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Darlington Crystal thumbnailR&D tax claim for engineering company, Dartington

Sometimes a change in personnel at a company prompts it to explore the R&D tax credit scheme. Find out how a new finance director at Dartington Crystal recognised that some of their cutting-edge work may qualify for R&D tax credits and hired ForrestBrown to handle the claim. The rewarding process has since changed their whole attitude and approach towards their innovation.

Dartington Crystal is one of the World’s leading producers of glassware. Their skilled workforce has been handcrafting crystal products in Devon for decades, and they are the last remaining prominent engineering company to produce glassware by hand in the UK.

Glass itself is a fascinating material. It may have been discovered 5,000 years ago but the innovations that have been made with it in the last 100 years are staggering. As well as the fine crystal and glassware that companies like Dartington produce, it can also be made tough enough to stop a bullet or construct buildings from.

Its diversity comes down to a range of variables in production, including the use of additives, temperature variance, cooling times, production technique and the specialist equipment used. So when a client comes to Dartington with a special request, their expertise and knowledge of the processes mean that they can create some truly bespoke products, given the right research and development.

ForrestBrown started working with Dartington after a change in their finance director. Alan Ramsay joined Dartington Crystal and recognised that some of the cutting-edge work they were doing would qualify for R&D tax credits.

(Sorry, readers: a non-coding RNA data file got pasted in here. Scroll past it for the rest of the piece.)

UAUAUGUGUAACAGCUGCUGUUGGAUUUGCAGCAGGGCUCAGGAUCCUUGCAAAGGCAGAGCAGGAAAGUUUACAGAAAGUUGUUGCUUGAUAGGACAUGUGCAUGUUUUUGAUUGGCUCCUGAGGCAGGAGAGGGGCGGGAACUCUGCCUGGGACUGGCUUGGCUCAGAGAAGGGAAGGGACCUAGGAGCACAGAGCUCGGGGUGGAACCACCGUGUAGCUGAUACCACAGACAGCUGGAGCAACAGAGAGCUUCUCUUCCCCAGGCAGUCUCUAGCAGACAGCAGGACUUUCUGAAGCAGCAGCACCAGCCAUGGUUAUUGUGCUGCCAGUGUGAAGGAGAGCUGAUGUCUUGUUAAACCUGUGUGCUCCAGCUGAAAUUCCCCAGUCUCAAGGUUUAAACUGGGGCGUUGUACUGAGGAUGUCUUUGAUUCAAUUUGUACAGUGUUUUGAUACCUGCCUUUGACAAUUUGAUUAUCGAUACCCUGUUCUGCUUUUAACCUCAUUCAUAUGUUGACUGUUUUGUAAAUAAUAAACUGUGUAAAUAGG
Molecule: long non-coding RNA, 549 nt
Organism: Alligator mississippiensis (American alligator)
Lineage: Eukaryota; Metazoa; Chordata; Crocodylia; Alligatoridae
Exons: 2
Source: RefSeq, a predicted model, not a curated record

Bespoke commissions, such as prestigious trophy replicas or high-end whisky bottles, are examples of projects which require extensive research and development. Demanding design requirements from clients may require intricate finishing details, new colour palettes or delicate structures that can only be achieved after comprehensive experimentation with moulds and compound materials.

In cases like these, applicable consumable costs (such as power, some materials and water), and staffing costs could be included in the claim for R&D tax credits.

For a specialist engineering company, discovering that there is government support for their innovative work has made a really positive impact. Improved cash flow is an obvious benefit. This mean projects can begin more quickly and with enhanced design resource ultimately improving customer outcomes. At a more abstract level, they report that it has made them far more aware of their innovation as a selling point when engaging with clients.

Knowing that R&D tax credits are there focuses the mind on innovation. In my role, I always question where the innovation is so I can allocate extra staff to true R&D projects. I’d suggest that companies who qualify look beyond the obvious cash benefit. The real power of this tax incentive comes when you use your imagination as to how you can spend the money to drive your growth. Alan Ramsay, Finance Director

Read more about the R&D in engineering.

This article was last updated on 27 June 2019.

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